I glanced nervously at the woman behind me. Poor thing had a kid with her. I said an impromptu prayer of thanks that I’d be spared that, at least. How would I have explained to my children what I was about to do? I steeled myself, averted my eyes and waited for the inevitable question.
“Would you like to help by giving a donation to our checkout charity?” The slight edge in the cashier’s otherwise bored voice gave it away. She wasn’t enjoying her forced fundraiser role any more than I liked saying, “No, thanks.”
I dashed off my signature, the scrawling indecipherable one I used when making a quick escape. I shoved my receipt into the bag and made my get-a-way. At least the kids weren’t there, especially my daughter. Eva gave all her money away. She gave away her lunch money, my extra change, and all the cash presents she’d ever received.
The other day, Eva asked my son, “How did you get so much money?” Noah’s been stockpiling ever since his love affair with Monopoly when he was four years old. He’s incredibly generous, too, but Noah gives of his time. He’s always willing to lend a hand, especially taking care of little kids. Noah answered his sister without missing a beat. “I kept the money people gave me. You gave all yours away.”
“Oh,” she responded, sounding somewhat surprised.
Eva even started her own fund for a little-known endangered wild Japanese cat, the Iriomote. After months of raising money, we couldn’t locate a place accepting funds to help them. We turned to Charity Navigator. There, she found a small, four-star animal advocacy group with high transparency and accountability scores and low administrative costs. She emptied her Iriomote fund and added in a birthday present from her grandparents for good measure.
That’s why I was grateful I was standing in the checkout line alone. I know it would have presented an excellent “teaching moment” for the kids, but I wasn’t in the mood. Sometimes parenting is like that: you just don’t want to be bothered. You don’t feel like looking callous, uncaring, and selfish in front of the kids. At least I hadn’t had to explain myself, not like that poor woman in line behind me.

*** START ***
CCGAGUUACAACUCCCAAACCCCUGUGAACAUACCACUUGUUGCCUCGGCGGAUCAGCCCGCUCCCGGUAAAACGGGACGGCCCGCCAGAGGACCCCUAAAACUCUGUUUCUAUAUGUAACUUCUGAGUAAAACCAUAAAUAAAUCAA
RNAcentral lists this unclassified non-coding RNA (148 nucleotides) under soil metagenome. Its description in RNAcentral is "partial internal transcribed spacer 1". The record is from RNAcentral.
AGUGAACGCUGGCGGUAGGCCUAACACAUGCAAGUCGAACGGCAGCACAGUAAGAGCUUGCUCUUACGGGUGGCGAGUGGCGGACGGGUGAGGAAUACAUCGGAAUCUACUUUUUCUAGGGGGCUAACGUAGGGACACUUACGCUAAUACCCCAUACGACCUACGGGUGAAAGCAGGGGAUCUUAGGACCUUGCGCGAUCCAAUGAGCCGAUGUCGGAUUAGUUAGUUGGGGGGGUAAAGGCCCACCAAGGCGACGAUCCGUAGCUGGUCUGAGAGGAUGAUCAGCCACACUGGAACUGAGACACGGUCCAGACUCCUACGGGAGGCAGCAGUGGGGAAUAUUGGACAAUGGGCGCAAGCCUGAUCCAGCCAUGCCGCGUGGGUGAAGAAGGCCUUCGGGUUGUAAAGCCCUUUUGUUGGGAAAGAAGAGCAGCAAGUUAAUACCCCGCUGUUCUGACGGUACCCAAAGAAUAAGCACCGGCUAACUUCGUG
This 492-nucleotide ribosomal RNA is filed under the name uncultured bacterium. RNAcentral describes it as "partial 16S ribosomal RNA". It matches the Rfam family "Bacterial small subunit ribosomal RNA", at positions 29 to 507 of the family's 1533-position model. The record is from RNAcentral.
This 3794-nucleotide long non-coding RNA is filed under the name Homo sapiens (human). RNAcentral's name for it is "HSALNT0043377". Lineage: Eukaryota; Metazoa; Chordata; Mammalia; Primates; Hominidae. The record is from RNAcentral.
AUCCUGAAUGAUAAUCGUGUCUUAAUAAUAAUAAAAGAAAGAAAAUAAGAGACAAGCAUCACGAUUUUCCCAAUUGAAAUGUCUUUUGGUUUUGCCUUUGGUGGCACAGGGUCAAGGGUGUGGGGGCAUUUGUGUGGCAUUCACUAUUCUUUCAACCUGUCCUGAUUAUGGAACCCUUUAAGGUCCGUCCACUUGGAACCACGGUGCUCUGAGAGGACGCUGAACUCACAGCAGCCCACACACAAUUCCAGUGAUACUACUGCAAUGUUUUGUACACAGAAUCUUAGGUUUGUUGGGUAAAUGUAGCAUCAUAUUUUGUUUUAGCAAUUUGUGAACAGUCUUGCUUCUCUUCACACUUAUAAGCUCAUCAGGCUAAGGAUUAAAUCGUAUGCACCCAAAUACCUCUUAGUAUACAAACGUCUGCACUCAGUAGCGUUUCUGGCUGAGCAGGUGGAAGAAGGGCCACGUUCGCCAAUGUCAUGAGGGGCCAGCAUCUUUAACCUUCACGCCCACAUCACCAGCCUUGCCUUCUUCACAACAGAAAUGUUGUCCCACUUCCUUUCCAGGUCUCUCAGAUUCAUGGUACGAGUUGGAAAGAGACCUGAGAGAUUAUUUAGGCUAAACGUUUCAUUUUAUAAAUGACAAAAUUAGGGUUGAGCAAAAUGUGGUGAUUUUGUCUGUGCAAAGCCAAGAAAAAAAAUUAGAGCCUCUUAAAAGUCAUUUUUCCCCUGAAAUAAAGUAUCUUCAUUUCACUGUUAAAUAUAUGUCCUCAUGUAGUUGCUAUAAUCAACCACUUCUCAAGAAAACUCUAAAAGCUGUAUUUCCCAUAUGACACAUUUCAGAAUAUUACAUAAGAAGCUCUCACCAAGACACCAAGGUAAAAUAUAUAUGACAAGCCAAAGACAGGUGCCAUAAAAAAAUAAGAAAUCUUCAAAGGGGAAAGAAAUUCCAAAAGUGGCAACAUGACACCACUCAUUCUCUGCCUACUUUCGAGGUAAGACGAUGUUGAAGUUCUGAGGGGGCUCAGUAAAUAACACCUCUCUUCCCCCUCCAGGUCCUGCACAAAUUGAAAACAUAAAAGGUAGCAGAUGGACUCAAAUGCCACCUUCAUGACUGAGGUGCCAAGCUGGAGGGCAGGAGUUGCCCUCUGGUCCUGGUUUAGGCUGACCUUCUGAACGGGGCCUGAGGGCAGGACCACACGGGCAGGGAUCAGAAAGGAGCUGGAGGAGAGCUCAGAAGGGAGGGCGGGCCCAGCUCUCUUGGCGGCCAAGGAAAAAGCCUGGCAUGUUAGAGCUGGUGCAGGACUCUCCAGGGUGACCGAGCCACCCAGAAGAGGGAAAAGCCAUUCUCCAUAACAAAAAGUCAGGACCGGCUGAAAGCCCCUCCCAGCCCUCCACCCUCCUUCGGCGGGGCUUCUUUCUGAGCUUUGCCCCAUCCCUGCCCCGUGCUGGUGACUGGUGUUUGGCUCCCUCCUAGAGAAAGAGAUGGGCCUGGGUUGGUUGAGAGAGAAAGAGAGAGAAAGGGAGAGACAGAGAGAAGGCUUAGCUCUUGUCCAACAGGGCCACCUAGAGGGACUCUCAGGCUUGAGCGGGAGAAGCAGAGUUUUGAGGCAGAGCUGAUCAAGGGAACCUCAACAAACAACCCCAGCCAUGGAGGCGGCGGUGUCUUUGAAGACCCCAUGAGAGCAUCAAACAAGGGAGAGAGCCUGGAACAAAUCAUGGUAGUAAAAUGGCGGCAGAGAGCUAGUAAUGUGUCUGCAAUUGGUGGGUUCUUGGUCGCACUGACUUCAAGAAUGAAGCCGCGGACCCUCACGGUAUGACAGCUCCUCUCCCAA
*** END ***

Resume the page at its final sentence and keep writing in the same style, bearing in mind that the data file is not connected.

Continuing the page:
Even though I opposed that type of pressured, random checkout giving, I still felt bad. The times I had said yes and donated, I was left a shameful morning-after feel. When I had said no, it still felt bad, because no matter what the checkout charity actually was, in my head it always sounded a little like “starving, neglected kids with cancer in a war zone.” Did I want to help? Of course I did! I wanted to help them all, but my tzedakah was planned. I did careful giving to specific pre-researched organizations, with which I had an on-going relationship. Still, saying no was woefully unpleasant, especially in public, when I was captive at the check out line. Hit and run guerilla fund-raising was not a spiritually uplifting adventure.
I did, however, allow myself some planned random giving. Every year before Thanksgiving, my local grocery store put out donation cards for the New Jersey Community Food Bank. Brightly colored cards, of varying small amounts, patiently perched in an open plastic container. No one asked, and they spoke for themselves. I made myself a promise that every time I checked out, I would grab one of these donation cards and add it to my bill. I chose the amount according to the size of my purchase, reverse tithing. The more I spent, the more I gave. I loved the surprised “thanks” from the cashier.
Though I knew where the money was going, this was still reckless and financially unsound giving. I had no idea how much I gave over the season, had no record, and could not use the donations as a write-off. I also ignored the fact that I could not control what was purchased with this money. A devout vegetarian, I said a silent prayer that no animals would be harmed with of my donation. My money paid for heat and light, infrastructure costs, I decided. That way, I always left the check out line smiling. Then I went straight home to brag to my kids.
Photo courtesy of juicyrai